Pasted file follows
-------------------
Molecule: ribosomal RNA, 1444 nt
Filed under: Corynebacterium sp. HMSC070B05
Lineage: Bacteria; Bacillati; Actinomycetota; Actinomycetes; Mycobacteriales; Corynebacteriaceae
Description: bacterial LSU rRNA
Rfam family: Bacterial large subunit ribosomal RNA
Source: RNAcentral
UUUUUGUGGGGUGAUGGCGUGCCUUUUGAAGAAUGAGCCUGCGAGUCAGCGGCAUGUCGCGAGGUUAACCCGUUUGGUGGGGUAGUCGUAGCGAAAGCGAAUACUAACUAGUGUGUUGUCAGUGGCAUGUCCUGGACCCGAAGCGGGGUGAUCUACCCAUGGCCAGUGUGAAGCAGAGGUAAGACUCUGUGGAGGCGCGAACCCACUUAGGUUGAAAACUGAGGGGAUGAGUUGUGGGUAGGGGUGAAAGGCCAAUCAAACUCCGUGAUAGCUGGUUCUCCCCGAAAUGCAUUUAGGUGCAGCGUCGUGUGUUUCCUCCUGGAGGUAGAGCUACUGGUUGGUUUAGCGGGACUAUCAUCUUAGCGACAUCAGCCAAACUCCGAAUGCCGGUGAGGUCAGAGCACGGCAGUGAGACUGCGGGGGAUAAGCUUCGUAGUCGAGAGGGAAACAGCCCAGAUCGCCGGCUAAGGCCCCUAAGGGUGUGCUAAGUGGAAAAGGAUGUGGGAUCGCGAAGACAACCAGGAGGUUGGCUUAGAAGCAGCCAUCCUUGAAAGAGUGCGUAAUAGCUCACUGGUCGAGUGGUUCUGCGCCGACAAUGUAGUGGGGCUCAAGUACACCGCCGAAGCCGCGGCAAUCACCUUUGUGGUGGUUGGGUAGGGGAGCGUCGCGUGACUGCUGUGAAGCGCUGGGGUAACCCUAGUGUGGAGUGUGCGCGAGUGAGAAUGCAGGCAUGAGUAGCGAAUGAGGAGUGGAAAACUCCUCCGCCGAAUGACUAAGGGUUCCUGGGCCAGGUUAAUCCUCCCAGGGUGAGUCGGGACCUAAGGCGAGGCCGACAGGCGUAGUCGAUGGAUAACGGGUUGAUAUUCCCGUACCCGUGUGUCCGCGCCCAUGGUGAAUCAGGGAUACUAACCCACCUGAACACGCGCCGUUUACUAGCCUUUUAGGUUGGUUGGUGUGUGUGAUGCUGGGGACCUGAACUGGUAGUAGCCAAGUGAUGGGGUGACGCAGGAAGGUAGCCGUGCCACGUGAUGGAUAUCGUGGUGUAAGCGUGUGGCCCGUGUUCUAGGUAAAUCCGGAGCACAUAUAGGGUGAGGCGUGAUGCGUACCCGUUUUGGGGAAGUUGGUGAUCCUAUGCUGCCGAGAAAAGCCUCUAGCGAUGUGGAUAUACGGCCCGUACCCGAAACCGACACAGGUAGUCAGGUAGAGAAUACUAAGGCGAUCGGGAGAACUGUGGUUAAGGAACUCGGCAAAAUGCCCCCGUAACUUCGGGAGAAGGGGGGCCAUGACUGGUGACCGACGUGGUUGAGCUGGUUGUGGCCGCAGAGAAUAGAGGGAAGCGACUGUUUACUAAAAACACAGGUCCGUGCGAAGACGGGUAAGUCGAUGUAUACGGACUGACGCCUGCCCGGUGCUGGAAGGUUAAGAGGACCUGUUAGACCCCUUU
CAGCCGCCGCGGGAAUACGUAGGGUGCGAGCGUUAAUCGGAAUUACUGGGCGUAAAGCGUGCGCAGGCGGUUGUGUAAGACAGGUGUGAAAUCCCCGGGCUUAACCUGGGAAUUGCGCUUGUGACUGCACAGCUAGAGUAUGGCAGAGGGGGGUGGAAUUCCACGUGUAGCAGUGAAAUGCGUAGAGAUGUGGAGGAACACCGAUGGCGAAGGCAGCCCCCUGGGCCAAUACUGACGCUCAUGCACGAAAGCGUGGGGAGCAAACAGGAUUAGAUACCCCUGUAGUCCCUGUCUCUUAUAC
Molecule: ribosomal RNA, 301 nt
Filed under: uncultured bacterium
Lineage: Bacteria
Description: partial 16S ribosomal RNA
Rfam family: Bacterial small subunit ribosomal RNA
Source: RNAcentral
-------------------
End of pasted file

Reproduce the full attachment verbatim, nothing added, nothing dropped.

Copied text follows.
Molecule: ribosomal RNA, 1444 nt
Filed under: Corynebacterium sp. HMSC070B05
Lineage: Bacteria; Bacillati; Actinomycetota; Actinomycetes; Mycobacteriales; Corynebacteriaceae
Description: bacterial LSU rRNA
Rfam family: Bacterial large subunit ribosomal RNA
Source: RNAcentral
UUUUUGUGGGGUGAUGGCGUGCCUUUUGAAGAAUGAGCCUGCGAGUCAGCGGCAUGUCGCGAGGUUAACCCGUUUGGUGGGGUAGUCGUAGCGAAAGCGAAUACUAACUAGUGUGUUGUCAGUGGCAUGUCCUGGACCCGAAGCGGGGUGAUCUACCCAUGGCCAGUGUGAAGCAGAGGUAAGACUCUGUGGAGGCGCGAACCCACUUAGGUUGAAAACUGAGGGGAUGAGUUGUGGGUAGGGGUGAAAGGCCAAUCAAACUCCGUGAUAGCUGGUUCUCCCCGAAAUGCAUUUAGGUGCAGCGUCGUGUGUUUCCUCCUGGAGGUAGAGCUACUGGUUGGUUUAGCGGGACUAUCAUCUUAGCGACAUCAGCCAAACUCCGAAUGCCGGUGAGGUCAGAGCACGGCAGUGAGACUGCGGGGGAUAAGCUUCGUAGUCGAGAGGGAAACAGCCCAGAUCGCCGGCUAAGGCCCCUAAGGGUGUGCUAAGUGGAAAAGGAUGUGGGAUCGCGAAGACAACCAGGAGGUUGGCUUAGAAGCAGCCAUCCUUGAAAGAGUGCGUAAUAGCUCACUGGUCGAGUGGUUCUGCGCCGACAAUGUAGUGGGGCUCAAGUACACCGCCGAAGCCGCGGCAAUCACCUUUGUGGUGGUUGGGUAGGGGAGCGUCGCGUGACUGCUGUGAAGCGCUGGGGUAACCCUAGUGUGGAGUGUGCGCGAGUGAGAAUGCAGGCAUGAGUAGCGAAUGAGGAGUGGAAAACUCCUCCGCCGAAUGACUAAGGGUUCCUGGGCCAGGUUAAUCCUCCCAGGGUGAGUCGGGACCUAAGGCGAGGCCGACAGGCGUAGUCGAUGGAUAACGGGUUGAUAUUCCCGUACCCGUGUGUCCGCGCCCAUGGUGAAUCAGGGAUACUAACCCACCUGAACACGCGCCGUUUACUAGCCUUUUAGGUUGGUUGGUGUGUGUGAUGCUGGGGACCUGAACUGGUAGUAGCCAAGUGAUGGGGUGACGCAGGAAGGUAGCCGUGCCACGUGAUGGAUAUCGUGGUGUAAGCGUGUGGCCCGUGUUCUAGGUAAAUCCGGAGCACAUAUAGGGUGAGGCGUGAUGCGUACCCGUUUUGGGGAAGUUGGUGAUCCUAUGCUGCCGAGAAAAGCCUCUAGCGAUGUGGAUAUACGGCCCGUACCCGAAACCGACACAGGUAGUCAGGUAGAGAAUACUAAGGCGAUCGGGAGAACUGUGGUUAAGGAACUCGGCAAAAUGCCCCCGUAACUUCGGGAGAAGGGGGGCCAUGACUGGUGACCGACGUGGUUGAGCUGGUUGUGGCCGCAGAGAAUAGAGGGAAGCGACUGUUUACUAAAAACACAGGUCCGUGCGAAGACGGGUAAGUCGAUGUAUACGGACUGACGCCUGCCCGGUGCUGGAAGGUUAAGAGGACCUGUUAGACCCCUUU
CAGCCGCCGCGGGAAUACGUAGGGUGCGAGCGUUAAUCGGAAUUACUGGGCGUAAAGCGUGCGCAGGCGGUUGUGUAAGACAGGUGUGAAAUCCCCGGGCUUAACCUGGGAAUUGCGCUUGUGACUGCACAGCUAGAGUAUGGCAGAGGGGGGUGGAAUUCCACGUGUAGCAGUGAAAUGCGUAGAGAUGUGGAGGAACACCGAUGGCGAAGGCAGCCCCCUGGGCCAAUACUGACGCUCAUGCACGAAAGCGUGGGGAGCAAACAGGAUUAGAUACCCCUGUAGUCCCUGUCUCUUAUAC
Molecule: ribosomal RNA, 301 nt
Filed under: uncultured bacterium
Lineage: Bacteria
Description: partial 16S ribosomal RNA
Rfam family: Bacterial small subunit ribosomal RNA
Source: RNAcentral